From now on, recommendations are going to be in the summary of my report. It does get very repetitive and would annoy me if I kept reading the same thing over and over again. Thanks.

Yes, David. Dual-View does have the option of the user to add an Introduction page for your comments, a Summary page, and a disclaimer/agreement page.

Thanks this is a great discusion . good infomation for many.


Great points that you made and they will be considered.

I agree with what David A. has said regarding the header issue and the corners and would add the following thoughts.

The corner problem is so common here and so difficult to fix that I note it but rarely recommend additional review or repair. I consider it one of the things that will not be cost effective to repair or improve.

After many scans and examples, I have learned that, as David A. said, insulation is often present but improperly installed. Not consistantly and securely pressed in the wall cavity. Many times you can tell from the picture, but sometimes not. So when I comment on these, I include both possibilities in my comment - insulation is missing or improperly installed.

David V. another specific I noticed in the report is seeing the same comments over and over. I generally group common problem types/pictures and then have a single comment/recommendation.

I feel that part of what the client is paying for on these is a definative opinion or recommendation. I try to be careful about referring everything to a insulation expert - they are paying me to provide expert advice/opinion. I have a general disclaimer that my recommendations are based on my professional and personal experience and others may differ and, of course, I do recommend that they talk to an expert installer for repair. I often find that my energy clients want my unbiased opinion on different efficiency upgrade options. They value the fact that I am not selling any one particular product.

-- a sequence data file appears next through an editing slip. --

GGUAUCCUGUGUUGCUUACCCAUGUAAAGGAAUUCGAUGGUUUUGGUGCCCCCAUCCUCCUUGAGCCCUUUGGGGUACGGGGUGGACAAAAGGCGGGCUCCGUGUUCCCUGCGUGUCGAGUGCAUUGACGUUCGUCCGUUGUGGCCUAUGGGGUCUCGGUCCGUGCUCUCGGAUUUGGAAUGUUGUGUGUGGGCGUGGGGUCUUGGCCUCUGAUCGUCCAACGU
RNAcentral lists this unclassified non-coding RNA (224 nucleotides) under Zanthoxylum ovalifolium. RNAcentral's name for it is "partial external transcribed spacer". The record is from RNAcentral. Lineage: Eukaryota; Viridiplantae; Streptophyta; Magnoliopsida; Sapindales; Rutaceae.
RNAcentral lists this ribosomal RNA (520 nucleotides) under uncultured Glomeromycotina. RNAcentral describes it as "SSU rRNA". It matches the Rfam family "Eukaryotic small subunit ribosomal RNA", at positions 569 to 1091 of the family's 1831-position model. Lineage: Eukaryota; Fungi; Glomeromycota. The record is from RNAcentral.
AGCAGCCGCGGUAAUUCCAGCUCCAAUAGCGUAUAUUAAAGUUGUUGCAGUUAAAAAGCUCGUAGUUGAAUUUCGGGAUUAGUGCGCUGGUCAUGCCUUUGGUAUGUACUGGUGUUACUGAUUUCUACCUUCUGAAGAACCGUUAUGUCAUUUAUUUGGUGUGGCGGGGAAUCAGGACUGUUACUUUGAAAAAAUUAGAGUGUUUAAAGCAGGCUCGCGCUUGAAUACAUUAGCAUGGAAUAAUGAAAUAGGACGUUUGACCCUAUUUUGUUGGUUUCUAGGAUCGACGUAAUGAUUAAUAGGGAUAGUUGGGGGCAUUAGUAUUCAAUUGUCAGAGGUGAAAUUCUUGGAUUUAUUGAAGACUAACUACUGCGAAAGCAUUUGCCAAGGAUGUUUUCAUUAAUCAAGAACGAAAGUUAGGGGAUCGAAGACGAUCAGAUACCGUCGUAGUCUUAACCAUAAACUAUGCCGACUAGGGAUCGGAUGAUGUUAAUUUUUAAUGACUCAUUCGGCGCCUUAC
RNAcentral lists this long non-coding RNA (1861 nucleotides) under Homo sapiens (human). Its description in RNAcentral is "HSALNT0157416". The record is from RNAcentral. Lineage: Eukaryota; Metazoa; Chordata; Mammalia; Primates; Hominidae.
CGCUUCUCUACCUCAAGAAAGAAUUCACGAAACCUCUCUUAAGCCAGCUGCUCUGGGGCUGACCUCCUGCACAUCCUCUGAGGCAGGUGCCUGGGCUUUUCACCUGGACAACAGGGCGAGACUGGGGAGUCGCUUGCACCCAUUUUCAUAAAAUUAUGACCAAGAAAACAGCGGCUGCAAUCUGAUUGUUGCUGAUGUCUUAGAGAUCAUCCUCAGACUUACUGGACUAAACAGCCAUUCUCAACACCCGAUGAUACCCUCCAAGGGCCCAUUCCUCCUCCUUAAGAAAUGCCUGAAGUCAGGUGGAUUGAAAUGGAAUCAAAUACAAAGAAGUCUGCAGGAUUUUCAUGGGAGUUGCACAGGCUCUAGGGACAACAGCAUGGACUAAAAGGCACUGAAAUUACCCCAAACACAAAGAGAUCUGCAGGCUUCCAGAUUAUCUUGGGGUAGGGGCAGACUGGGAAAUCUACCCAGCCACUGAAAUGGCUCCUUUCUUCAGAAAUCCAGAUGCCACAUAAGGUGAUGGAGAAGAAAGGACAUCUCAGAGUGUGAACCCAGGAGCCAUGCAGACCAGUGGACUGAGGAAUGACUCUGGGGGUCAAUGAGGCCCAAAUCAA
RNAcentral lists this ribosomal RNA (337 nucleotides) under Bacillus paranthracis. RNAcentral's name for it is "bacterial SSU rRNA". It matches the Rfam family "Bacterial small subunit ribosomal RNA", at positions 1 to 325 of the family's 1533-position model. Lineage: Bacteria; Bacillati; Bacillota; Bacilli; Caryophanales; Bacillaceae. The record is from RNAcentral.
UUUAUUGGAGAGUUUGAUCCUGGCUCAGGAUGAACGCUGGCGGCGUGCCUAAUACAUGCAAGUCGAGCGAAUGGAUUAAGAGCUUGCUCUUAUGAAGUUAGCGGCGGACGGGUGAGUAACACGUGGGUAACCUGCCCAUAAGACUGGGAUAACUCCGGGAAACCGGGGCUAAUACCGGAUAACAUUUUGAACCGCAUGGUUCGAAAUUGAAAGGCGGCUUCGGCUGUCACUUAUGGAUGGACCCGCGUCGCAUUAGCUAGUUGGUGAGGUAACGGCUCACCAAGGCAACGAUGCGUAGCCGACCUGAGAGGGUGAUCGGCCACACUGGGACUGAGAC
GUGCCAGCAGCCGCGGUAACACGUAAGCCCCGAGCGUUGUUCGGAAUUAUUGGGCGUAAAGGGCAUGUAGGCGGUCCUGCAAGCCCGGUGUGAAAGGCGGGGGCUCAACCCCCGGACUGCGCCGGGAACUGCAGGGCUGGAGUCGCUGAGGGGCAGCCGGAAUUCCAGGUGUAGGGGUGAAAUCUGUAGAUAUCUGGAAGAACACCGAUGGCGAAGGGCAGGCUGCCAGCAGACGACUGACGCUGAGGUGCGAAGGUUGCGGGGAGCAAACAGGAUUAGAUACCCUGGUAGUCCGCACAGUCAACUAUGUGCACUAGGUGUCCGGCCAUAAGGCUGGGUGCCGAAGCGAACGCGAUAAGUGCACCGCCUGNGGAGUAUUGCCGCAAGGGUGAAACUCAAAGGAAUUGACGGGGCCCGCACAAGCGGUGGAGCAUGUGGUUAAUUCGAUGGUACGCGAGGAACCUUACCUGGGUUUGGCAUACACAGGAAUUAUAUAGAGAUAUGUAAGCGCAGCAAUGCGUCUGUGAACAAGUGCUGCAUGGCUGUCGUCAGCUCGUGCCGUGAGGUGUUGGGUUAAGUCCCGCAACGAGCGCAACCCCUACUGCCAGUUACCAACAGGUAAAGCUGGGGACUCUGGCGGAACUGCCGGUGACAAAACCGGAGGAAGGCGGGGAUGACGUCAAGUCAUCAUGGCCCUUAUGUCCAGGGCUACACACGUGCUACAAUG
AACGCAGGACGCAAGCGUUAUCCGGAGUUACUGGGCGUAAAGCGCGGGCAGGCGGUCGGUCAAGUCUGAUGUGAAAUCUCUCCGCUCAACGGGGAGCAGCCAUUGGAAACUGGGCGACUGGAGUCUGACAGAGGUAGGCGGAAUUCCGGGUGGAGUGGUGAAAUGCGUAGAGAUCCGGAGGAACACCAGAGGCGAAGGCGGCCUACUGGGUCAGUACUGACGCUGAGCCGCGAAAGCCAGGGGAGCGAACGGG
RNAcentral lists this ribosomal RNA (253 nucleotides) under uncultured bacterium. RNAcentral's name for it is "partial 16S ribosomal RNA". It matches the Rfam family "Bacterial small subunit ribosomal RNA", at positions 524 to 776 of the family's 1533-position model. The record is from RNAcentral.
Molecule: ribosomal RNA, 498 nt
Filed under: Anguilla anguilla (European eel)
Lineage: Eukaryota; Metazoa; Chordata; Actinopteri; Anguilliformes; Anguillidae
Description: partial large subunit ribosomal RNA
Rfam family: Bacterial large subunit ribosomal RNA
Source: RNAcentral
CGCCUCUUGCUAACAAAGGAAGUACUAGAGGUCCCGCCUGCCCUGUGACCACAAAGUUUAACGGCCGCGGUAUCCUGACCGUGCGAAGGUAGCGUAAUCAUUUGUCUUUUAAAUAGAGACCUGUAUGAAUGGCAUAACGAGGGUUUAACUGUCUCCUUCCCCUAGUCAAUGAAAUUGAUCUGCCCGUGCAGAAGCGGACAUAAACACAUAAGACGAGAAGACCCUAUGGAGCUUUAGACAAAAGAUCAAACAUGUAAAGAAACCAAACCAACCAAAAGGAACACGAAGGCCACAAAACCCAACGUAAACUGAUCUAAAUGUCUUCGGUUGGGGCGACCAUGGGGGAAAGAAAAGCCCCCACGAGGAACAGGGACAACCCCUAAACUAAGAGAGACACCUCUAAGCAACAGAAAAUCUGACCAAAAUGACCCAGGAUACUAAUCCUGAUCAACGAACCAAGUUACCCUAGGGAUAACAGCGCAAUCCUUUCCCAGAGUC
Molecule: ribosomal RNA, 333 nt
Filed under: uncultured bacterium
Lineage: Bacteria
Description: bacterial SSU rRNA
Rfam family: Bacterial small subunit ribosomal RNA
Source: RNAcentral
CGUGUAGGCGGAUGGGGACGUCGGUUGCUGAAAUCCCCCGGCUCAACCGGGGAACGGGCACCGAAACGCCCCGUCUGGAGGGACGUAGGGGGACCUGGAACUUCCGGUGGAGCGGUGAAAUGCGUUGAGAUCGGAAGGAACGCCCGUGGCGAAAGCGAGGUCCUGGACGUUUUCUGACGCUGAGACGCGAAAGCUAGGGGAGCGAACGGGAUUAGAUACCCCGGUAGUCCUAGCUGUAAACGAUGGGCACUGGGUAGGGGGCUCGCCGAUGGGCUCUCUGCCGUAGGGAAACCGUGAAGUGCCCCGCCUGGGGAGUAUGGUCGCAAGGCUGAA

David V. Thanks for posting your sample for us to discuss. This is a great way for all to learn and improve our services.

Thank you, Kevin. Great suggestions. I’m going to remove the continuous recommendations as I stated earlier…

and I’m aware of insulation defects above headers and in the transitions of walls, as I see it quite a bit. I think I’m going to simply state what I see and explain what is going on (in the comment section-under the images) only. Then add my recommendations into the closing of the report.